Confessions of an Anorexic Runner
There are a lot of words I could use to describe what recovering from an eating disorder looks like. A lot of them would include explicit content not suitable for most audiences.
Eating disorders are very prevalent in the running community, but not often talked about. Sure, after someone has recovered, they occasionally blog about their success story, but I have found that many of the raw details have been left out.
When approached to write about this topic, I wanted to wait until I felt like I was fully recovered to tell my story. After some thinking, I determined it would be more beneficial to tell you what an eating disorder looks like right here, right now. I have made progress forward on the road to recovery, but “recovered” is a word I cannot yet use.
How it Started – Year 1
At the end of my sophomore year of college, I headed into summer deciding that restricting food would help me to lose weight and run faster. A switch had flipped. Being lighter could provide me with an extra edge that I wanted and needed to become a better runner.
In addition to decreasing my food intake, I increased my mileage. Counter intuitive when you think about it, but I ran faster and got better. I made the all region cross country team. Then, 200 meters from the finish line at nationals, I collapsed. I was told I needed to eat more.
I tried to do as I was told, but it only evolved my eating disorder into something else. I found myself eating the exact same foods, and amounts of food every single day. I recorded in excruciating detail what I ate and tried not to eat over my “limit” each day. I even agreed to start counseling in order to satisfy the pressure of speculation that I had an eating disorder.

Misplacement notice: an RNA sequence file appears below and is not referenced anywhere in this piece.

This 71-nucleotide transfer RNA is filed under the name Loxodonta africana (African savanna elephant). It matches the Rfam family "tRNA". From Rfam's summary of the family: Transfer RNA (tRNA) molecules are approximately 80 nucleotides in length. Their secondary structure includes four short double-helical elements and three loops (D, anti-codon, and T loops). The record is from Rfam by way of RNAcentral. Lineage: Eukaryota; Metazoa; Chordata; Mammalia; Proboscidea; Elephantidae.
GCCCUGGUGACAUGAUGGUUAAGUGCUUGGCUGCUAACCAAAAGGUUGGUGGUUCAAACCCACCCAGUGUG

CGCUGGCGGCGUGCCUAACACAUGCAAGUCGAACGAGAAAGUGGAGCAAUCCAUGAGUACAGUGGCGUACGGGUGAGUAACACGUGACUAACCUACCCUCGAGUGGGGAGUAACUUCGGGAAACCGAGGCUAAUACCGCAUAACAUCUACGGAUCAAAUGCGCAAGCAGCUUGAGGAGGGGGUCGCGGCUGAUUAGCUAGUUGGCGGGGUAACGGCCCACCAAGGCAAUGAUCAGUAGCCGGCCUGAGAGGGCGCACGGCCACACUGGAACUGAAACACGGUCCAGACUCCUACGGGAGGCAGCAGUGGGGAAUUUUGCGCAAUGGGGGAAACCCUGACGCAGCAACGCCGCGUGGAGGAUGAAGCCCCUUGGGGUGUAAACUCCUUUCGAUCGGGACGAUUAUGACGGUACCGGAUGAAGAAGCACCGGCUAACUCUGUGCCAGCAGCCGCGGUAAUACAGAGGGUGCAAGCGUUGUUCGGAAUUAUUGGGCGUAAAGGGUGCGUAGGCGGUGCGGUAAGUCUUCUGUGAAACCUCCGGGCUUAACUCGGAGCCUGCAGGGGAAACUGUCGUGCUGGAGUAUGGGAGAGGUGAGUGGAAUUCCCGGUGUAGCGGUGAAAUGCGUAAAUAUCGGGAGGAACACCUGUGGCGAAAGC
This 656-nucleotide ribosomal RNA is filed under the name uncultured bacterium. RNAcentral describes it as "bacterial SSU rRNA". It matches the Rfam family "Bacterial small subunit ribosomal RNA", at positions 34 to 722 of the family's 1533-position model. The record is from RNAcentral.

In spite of this, I had my best year of track to date, and the best year I may ever have. I was an All-American in the 10k, runner up in the 5k and 10k at the Big 12 Conference meet, and ran USA nationals, ending the season with a personal best.
Eating disorder or not, I was fast, and I was not about to change my habits that were working so well.
Living in Denial – Year 2
Coming off a stellar track season, I took a very small break and then got right back into training. I set high goals for the 2011 cross country season and 2012 track season, there was no time for recovery. I ate; I wasn’t anorexic. I told myself, Anorexics don’t eat at all, so I can’t be anorexic.
The cross country season went well; I finished with another All-American, but I was starting to feel a little tired. I had put in a lot of training and needed a break. I took a short amount of time off, then began training again until it was halted for a minor injury. Even still, I was able to come back from it and qualify for the 3k and the 5k indoor nationals.
After my 5k qualification, things began to spiral downwards, and at a very brisk pace. To make a long story short, I came in dead last in the 5k at nationals that year. Horrified and embarrassed, I chose to DNS in the 3k the following day.
Things hurt, my body couldn’t recover from anything, and the life was being sucked out of me. I rear-ended a car because I was so preoccupied with what I should or shouldn’t have for dinner. I was constantly depressed, losing friends, and worst of all, lost any love I had for myself.
I missed qualifying for nationals outdoors, I missed the 10k Olympic Trials Qualifying “A” standard by 8 seconds, and I was beginning to hate running.
Hating to Run – Year 3
By the summer of year 3, I took a lot more time off from running. My body wasn’t right. I was constantly injured.
I continued going to therapy and saw a dietician, but I didn’t really believe the things that they told me. Eating Disorders evolve, and that’s what mine did.
I ate a lot of vegetables and regularly woke up starving at 1am. I couldn’t eat a piece of bread if my life depended on it, and would spiral into heap of anxiety at the thought.
People struggling with an eating disorder often have foods they feel are “bad.” For me, it was grains. There was no rhyme or reason for my fear, but it was very big, and very real, and made consuming them again nearly impossible.
It was my last year of college. I didn’t have any eligibility left so I trained and trained and trained, consistently running 95+ miles a week and eating far less than what I should have been. It was a recipe for disaster.